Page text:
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dc.contributor.authorNelson, Ximena
dc.contributor.authorTaylor, Alex
dc.contributor.authorCartmill, Erica
dc.contributor.authorLyn, Heidi
dc.contributor.authorRobinson, Lauren
dc.contributor.authorJanik, Vincent M.
dc.contributor.authorAllen, Colin
dc.identifier.citationNelson , X , Taylor , A , Cartmill , E , Lyn , H , Robinson , L , Janik , V M & Allen , C 2023 , ' Joyful by nature : approaches to investigate the evolution and function of joy in non-human animals ' , Biological Reviews , vol. 98 , no. 5 , pp. 1548-1563 .
dc.identifier.otherORCID: /0000-0001-7894-0121/work/134491720
dc.descriptionFunding: This work was supported by Grant #0333 from the Templeton World Charity Foundation (TWCF) and a Brian Mason Technical Trust Fund grant to X. J. N. and A. H. T.en
dc.description.abstractThe nature and evolution of positive emotion is a major question remaining unanswered in science and philosophy. The study of feelings and emotions in humans and animals is dominated by discussion of affective states that have negative valence. Given the clinical and social significance of negative affect, such as depression, it is unsurprising that these emotions have received more attention from scientists. Compared to negative emotions, such as fear that leads to fleeing or avoidance, positive emotions are less likely to result in specific, identifiable, behaviours being expressed by an animal. This makes it particularly challenging to quantify and study positive affect. However, bursts of intense positive emotion (joy) are more likely to be accompanied by externally visible markers, like vocalisations or movement patterns, which make it more amenable to scientific study and more resilient to concerns about anthropomorphism. We define joy as intense, brief, and event-driven (i.e. a response to something), which permits investigation into how animals react to a variety of situations that would provoke joy in humans. This means that behavioural correlates of joy are measurable, either through newly discovered 'laughter' vocalisations, increases in play behaviour, or reactions to cognitive bias tests that can be used across species. There are a range of potential situations that cause joy in humans that have not been studied in other animals, such as whether animals feel joy on sunny days, when they accomplish a difficult feat, or when they are reunited with a familiar companion after a prolonged absence. Observations of species-specific calls and play behaviour can be combined with biometric markers and reactions to ambiguous stimuli in order to enable comparisons of affect between phylogenetically distant taxonomic groups. Identifying positive affect is also important for animal welfare because knowledge of positive emotional states would allow us to monitor animal well-being better. Additionally, measuring if phylogenetically and ecologically distant animals play more, laugh more, or act more optimistically after certain kinds of experiences will also provide insight into the mechanisms underlying the evolution of joy and other positive emotions, and potentially even into the evolution of consciousness.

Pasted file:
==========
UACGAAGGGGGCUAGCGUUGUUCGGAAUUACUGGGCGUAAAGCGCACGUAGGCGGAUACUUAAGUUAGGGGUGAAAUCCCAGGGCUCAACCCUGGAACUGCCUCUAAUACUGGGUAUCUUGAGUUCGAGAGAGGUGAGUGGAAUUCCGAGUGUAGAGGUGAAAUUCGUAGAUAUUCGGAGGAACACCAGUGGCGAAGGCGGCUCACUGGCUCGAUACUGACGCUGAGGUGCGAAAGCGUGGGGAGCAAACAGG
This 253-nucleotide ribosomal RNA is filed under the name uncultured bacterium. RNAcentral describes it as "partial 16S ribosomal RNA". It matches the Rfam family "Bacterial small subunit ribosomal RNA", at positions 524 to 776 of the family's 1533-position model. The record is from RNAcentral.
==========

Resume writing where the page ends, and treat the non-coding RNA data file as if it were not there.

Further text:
dc.relation.ispartofBiological Reviewsen
dc.subjectAffective stateen
dc.subjectAnimal behaviouren
dc.subjectAnimal emotionen
dc.subjectCognitive biasen
dc.subjectJudgement biasen
dc.subjectReward-acquisition systemen
dc.subjectQH301 Biologyen
dc.subjectBiochemistry, Genetics and Molecular Biology(all)en
dc.subjectAgricultural and Biological Sciences(all)en
dc.titleJoyful by nature : approaches to investigate the evolution and function of joy in non-human animalsen
dc.typeJournal articleen
dc.contributor.sponsorTempleton World Charity Foundationen
dc.contributor.institutionUniversity of St Andrews. Sea Mammal Research Uniten
dc.contributor.institutionUniversity of St Andrews. Marine Alliance for Science & Technology Scotlanden
dc.contributor.institutionUniversity of St Andrews. Scottish Oceans Instituteen
dc.contributor.institutionUniversity of St Andrews. Institute of Behavioural and Neural Sciencesen
dc.contributor.institutionUniversity of St Andrews. Centre for Social Learning & Cognitive Evolutionen
dc.contributor.institutionUniversity of St Andrews. School of Biologyen
dc.contributor.institutionUniversity of St Andrews. Bioacoustics groupen
dc.description.statusPeer revieweden
dc.identifier.grantnumberAWD00004888 (716568-4)en

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